Woodrow Wilson's New Freedom promised our nation a new political and economic framework. Franklin Roosevelt's New Deal promised security and succor to those in need. But the New Frontier of which I speak is not a set of promises -- it is a set of challenges. It sums up not what I intend to offer the American people, but what I intend to ask of them. It appeals to their pride, not their pocketbook -- it holds out the promise of more sacrifice instead of more security.
to be lulled by good intentions and high rhetoric -- and those who prefer that course should not cast their votes for me, regardless of party.
But I believe the times demand new invention, innovation, imagination, decision. I am asking each of you to be new pioneers on that New Frontier. My call is to the young in heart, regardless of age -- to the stout in spirit, regardless of party -- to all who respond to the Scriptural call: "Be strong and of a good courage; be not afraid, neither be thou dismayed."
For courage -- not complacency -- is our need today -- leadership -- not salesmanship. And the only valid test of leadership is the ability to lead, and lead vigorously. A tired nation, said David Lloyd George, is a Tory nation -- and the United States today cannot afford to be either tired or Tory.
There may be those who wish to hear more -- more promises to this group or that -- more harsh rhetoric about the men in the Kremlin -- more assurances of a golden future, where taxes are always low and subsidies ever high. But my promises are in the platform you have adopted -- our ends will not be won by rhetoric and we can have faith in the future only if we have faith in ourselves.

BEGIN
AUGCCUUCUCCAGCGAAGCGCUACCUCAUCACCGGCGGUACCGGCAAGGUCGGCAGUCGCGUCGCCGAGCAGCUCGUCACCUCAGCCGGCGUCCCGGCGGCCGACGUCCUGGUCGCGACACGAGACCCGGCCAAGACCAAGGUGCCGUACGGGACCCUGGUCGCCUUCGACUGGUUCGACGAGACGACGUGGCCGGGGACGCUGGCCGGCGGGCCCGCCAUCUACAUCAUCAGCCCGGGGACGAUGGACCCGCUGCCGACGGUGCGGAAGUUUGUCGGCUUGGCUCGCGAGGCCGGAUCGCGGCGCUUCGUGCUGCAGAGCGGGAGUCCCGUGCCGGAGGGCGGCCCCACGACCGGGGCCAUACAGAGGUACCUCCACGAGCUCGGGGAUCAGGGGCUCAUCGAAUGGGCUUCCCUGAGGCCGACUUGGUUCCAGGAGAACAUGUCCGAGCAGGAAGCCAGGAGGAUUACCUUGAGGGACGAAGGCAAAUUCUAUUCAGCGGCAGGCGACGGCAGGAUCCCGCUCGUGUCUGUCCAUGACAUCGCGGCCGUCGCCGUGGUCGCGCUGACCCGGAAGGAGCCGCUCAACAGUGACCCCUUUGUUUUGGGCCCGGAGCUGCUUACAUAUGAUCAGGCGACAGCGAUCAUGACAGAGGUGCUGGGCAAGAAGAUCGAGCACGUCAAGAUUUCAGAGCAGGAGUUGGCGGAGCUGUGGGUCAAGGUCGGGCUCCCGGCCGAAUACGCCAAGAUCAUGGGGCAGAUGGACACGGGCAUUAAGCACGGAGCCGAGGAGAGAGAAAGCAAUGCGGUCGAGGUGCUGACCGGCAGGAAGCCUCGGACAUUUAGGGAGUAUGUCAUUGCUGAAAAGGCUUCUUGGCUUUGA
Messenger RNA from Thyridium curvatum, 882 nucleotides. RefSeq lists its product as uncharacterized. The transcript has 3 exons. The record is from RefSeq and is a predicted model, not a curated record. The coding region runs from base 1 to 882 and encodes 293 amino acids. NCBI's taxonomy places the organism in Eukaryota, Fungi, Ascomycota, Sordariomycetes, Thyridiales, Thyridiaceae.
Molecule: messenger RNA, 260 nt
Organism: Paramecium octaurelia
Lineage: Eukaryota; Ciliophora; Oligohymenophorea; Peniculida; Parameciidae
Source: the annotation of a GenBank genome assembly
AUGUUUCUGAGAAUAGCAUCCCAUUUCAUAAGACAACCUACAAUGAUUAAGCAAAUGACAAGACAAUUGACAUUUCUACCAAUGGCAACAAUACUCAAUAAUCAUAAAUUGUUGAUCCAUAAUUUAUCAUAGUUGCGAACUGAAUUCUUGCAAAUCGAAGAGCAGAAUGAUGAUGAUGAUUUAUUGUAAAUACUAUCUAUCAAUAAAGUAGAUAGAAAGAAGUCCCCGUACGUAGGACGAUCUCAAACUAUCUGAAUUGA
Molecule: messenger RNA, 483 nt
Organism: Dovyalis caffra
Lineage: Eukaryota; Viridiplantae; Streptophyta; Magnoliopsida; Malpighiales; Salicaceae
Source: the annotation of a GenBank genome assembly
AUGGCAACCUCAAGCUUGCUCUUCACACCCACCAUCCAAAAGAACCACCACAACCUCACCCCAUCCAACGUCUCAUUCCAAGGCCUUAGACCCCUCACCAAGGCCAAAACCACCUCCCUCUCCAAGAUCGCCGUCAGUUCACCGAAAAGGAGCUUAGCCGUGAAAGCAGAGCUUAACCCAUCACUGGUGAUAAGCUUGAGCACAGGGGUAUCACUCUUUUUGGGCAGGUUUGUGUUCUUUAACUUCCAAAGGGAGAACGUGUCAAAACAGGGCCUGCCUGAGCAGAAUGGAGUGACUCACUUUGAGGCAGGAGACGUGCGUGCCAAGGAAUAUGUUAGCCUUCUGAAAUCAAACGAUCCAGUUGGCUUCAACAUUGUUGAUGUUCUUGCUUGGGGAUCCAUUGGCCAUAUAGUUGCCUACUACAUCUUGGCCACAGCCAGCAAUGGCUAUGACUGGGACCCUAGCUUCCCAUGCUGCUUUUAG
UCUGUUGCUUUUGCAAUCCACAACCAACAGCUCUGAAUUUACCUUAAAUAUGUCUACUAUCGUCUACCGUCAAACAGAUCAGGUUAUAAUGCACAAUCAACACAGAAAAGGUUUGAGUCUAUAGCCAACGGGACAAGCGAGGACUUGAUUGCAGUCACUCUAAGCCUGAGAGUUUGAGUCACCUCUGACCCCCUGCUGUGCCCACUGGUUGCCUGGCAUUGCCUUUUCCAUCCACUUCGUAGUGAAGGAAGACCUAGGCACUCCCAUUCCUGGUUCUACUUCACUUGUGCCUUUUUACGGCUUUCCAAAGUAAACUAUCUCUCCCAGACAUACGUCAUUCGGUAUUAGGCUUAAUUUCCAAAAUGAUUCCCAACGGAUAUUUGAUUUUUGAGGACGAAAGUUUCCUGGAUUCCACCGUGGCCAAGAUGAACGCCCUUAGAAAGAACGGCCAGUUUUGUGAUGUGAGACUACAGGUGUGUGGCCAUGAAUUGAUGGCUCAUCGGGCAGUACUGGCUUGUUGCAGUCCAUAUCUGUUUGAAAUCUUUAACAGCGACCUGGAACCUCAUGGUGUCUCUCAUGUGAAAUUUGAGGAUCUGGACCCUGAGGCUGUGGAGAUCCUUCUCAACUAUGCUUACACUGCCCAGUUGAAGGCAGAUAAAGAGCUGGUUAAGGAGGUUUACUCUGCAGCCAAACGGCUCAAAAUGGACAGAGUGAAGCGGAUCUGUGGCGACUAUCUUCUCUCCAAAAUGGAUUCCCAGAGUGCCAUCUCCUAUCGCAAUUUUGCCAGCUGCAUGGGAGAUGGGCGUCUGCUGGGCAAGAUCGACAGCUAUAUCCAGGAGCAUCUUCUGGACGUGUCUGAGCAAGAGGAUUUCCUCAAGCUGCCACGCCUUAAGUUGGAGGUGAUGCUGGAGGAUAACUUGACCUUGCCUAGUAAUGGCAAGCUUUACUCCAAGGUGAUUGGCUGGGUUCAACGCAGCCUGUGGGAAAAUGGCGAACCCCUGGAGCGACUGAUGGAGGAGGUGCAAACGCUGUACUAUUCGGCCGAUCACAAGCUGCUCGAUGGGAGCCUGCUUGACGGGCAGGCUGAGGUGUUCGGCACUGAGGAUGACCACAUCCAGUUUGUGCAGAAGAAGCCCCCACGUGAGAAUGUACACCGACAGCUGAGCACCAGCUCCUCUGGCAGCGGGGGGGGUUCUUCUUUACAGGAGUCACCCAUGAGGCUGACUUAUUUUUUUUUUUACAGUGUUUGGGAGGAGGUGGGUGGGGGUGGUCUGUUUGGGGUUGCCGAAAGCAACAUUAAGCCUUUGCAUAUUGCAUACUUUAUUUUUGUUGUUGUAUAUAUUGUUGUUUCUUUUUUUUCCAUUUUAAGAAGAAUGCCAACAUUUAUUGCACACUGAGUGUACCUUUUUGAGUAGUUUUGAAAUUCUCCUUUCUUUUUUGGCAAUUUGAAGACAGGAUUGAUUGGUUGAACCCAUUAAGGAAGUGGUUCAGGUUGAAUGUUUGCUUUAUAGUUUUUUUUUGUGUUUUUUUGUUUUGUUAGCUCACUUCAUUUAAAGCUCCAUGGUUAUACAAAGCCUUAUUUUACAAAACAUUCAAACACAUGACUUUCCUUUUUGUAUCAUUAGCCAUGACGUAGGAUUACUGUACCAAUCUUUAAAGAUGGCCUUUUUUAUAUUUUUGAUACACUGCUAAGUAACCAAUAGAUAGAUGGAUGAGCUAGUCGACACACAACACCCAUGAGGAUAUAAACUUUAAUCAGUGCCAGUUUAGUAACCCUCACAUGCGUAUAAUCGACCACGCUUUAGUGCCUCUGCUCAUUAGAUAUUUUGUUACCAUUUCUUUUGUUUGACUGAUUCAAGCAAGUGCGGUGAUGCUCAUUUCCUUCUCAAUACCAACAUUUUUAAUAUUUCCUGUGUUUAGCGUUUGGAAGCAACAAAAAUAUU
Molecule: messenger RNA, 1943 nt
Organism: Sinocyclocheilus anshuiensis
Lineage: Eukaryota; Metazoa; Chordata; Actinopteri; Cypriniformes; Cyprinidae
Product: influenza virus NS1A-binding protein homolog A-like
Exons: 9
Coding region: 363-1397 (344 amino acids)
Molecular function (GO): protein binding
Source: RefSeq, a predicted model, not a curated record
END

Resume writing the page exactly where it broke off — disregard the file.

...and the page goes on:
For the harsh facts of the matter are that we stand on this frontier at a turning-point in history. We must prove all over again whether this nation -- or any nation so conceived -- can long endure -- whether our society -- with its freedom of choice, its breadth of opportunity, its range of alternatives -- can compete with the single-minded advance of the Communist system.
Can a nation organized and governed such as ours endure? That is the real question. Have we the nerve and the will? Can we carry through in an age where we will witness not only new breakthroughs in weapons of destruction -- but also a race for mastery of the sky and the rain, the ocean and the tides, the far side of space and the inside of men's minds?
Are we up to the task -- are we equal to the challenge? Are we willing to match the Russian sacrifice of the present for the future -- or must we sacrifice our future in order to enjoy the present?
That is the question of the New Frontier. That is the choice our nation must make -- a choice that lies not merely between two men or two parties, but between the public interest and private comfort -- between national greatness and national decline -- between the
fresh air of progress and the stale, dank atmosphere of "normalcy" -- between determined dedication and creeping mediocrity.
All mankind waits upon our decision. A whole world looks to see what we will do. We cannot fail their trust, we cannot fail to try.
* * *It has been a long road from that first snowy day in New Hampshire to this crowded convention city. Now begins another long journey, taking me into your cities and homes all over America. Give me your help, your hand, your voice, your vote. Recall with me the words of Isaiah: "They that wait upon the Lord shall renew their strength; they shall mount up with wings as eagles; they shall run and not be weary."
As we face the coming challenge, we too, shall wait upon the Lord, and ask that He renew our strength. Then shall we be equal to
to the test. Then we shall not be weary. And then we shall prevail.